“There was a time when retailers primarily focused on merchandising and product selection,” says Laura Heller, editor-in-chief of Retail Dive. “Today, that focus is very diff erent as merchants turn to technology to not only assist in merchandising and product selection by using data, but to power their very businesses and interact with customers.”
Heller thinks that the most compelling conversations in retail today center on the use of artificial intelligence and voice technology (think Alexa), augmented reality, interactive in-store displays, mobile solutions and cloud services. “Anyone not testing or using these technologies” she says, “is already very far behind.”
Whether online or in the physical store, one of the most overt ways retailers are experimenting with technology is as a draw for the experience-loving shopper. Women’s fashion and beauty is taking a lead. Sephora recently announced the opening of smaller stores that specialize in personalization including virtual customer makeovers. YouCam teamed up with Estée Lauder to allow shoppers to try on shades of lipstick using an app before they purchase. Levi’s embeds a virtual stylist into its Facebook messenger chat that guides you towards the best fit. TriMirror is a mind boggling virtual dressing room where online shoppers create personal avatars (in their body image) and have a fitting room experience. Robotics greeters like Softbank’s Pepper are welcoming customers into stores with whimsical activations. Swarovski and MasterCard let customers view and then buy beautiful (and fragile) home goods without touching the merchandise.
Maureen O’Connor, a board member for Macy’s Fashion Incubator, believes artificial intelligence will help retailers personalize merchandise for consumers, learning their likes and dislikes and growing from there. “At the same time,” she says, “VR/AR offers retailers opportunities to create immersive new consumer experiences that lead to purchase. Macy’s and Alibaba tested VR Shopping for Chinese Singles’ Day last year.”
Voice-activated commerce is also entering into the fray. The specificity of a voice query can let you carry on a conversation with an interactive ad for a car or a home appliance, for example. Amazon’s Alexa (with 70 percent of the voice market) recently announced alliances with Google and Walmart. Chatbots and messenger services make it possible to go from that shopping thought in your head through purchase without ever speaking to a human.
Behind the shiny experiences drawing in customers is a plethora of tools to maximize the chances that businesses are talking to the right customer about the right product at the right moment in their lives. But that is easier said than done. Context- and proximity-sensitive advertising, loyalty programs and a ton of predictive analytics are the building blocks of a custom shopping experience. Sih Lee, senior vice president of payments technology and innovation at Synchrony Financial is experimenting with a variety of engagement tools. “We can, for example, provide the ability to apply for credit cards through personal devices, brand your checkout experience through an instant buy button, or securely pay without entering all your login details.” All these details make for a more frictionless experience.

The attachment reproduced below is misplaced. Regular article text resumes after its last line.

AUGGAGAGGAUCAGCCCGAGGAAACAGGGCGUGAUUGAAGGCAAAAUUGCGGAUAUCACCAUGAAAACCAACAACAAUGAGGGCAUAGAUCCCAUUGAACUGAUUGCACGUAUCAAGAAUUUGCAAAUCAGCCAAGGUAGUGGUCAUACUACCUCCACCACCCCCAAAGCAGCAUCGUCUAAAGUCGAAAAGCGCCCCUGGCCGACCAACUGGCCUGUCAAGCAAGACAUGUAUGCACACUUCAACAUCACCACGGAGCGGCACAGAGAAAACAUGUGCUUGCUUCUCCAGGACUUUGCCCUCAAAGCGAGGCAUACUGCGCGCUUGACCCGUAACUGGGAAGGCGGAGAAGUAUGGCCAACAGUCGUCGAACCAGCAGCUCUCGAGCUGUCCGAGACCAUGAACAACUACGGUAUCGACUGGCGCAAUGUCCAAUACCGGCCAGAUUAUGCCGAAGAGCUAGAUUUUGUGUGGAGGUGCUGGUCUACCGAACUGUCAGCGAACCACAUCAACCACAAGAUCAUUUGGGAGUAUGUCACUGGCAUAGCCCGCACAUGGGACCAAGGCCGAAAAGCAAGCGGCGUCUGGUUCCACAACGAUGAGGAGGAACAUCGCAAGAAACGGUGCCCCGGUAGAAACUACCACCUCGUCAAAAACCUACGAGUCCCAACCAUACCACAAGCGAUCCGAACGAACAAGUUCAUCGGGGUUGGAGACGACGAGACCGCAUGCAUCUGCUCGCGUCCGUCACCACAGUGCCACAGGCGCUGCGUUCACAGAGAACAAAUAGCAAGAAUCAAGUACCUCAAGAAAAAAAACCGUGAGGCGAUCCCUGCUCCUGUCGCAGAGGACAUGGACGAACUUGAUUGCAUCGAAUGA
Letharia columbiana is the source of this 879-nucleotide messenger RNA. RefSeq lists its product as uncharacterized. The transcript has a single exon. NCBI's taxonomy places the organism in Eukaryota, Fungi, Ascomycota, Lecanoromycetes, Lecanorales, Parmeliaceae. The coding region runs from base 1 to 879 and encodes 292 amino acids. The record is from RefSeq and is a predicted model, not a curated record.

Tabitha Creighton, senior vice president of payment for IQmetrix, says simple improvements to inventory systems and a well-trained and connected sales force training may be less sexy, but equally important. “Technology investment is more than just chasing all the shiny new things,” she emphasizes. “In order to optimize impact it’s critical that retailers evaluate and prioritize technology investments according to their business and customer needs. New products like Dor — an intuitive wireless, thermal sensing people counter and analytics dashboard — can help manage your staff, and smart earpiece systems that connect to inventory enable a salesperson to be more helpful.
Turning the items we buy into smart items is an obvious endgame in the smart shopping journey. From cans to cars and carpets, the mission of software company “evrythng” is to turn everyday items into smart IoT devices. The simple idea is that items tagged with relevant information from where they are in the supply chain to where they are in inventory or where they are in someone’s closet is constantly updated. “By leveraging the Internet of Things, retail brands can catch up to Amazon, creating a real-time fully instrumented supply chain, and then delivering better and more personalized service experiences to shoppers,” says Andy Hobsbawm, chief marketing officer of evrythng.
Of course there are lots of kinks to iron out and mistakes to be made as businesses reach for the hearts and minds of customers. There is no shortage of jokes about Google still offering you trips to Venice when you returned weeks ago. And excessive loyalty deals and special offers are almost mind numbing. But as technology improves its ability to make shopping an adventure, to personalize the experience, and to instill customer loyalty and brand authenticity, it will usher in a new era of smarter retail almost indistinguishable from magic.
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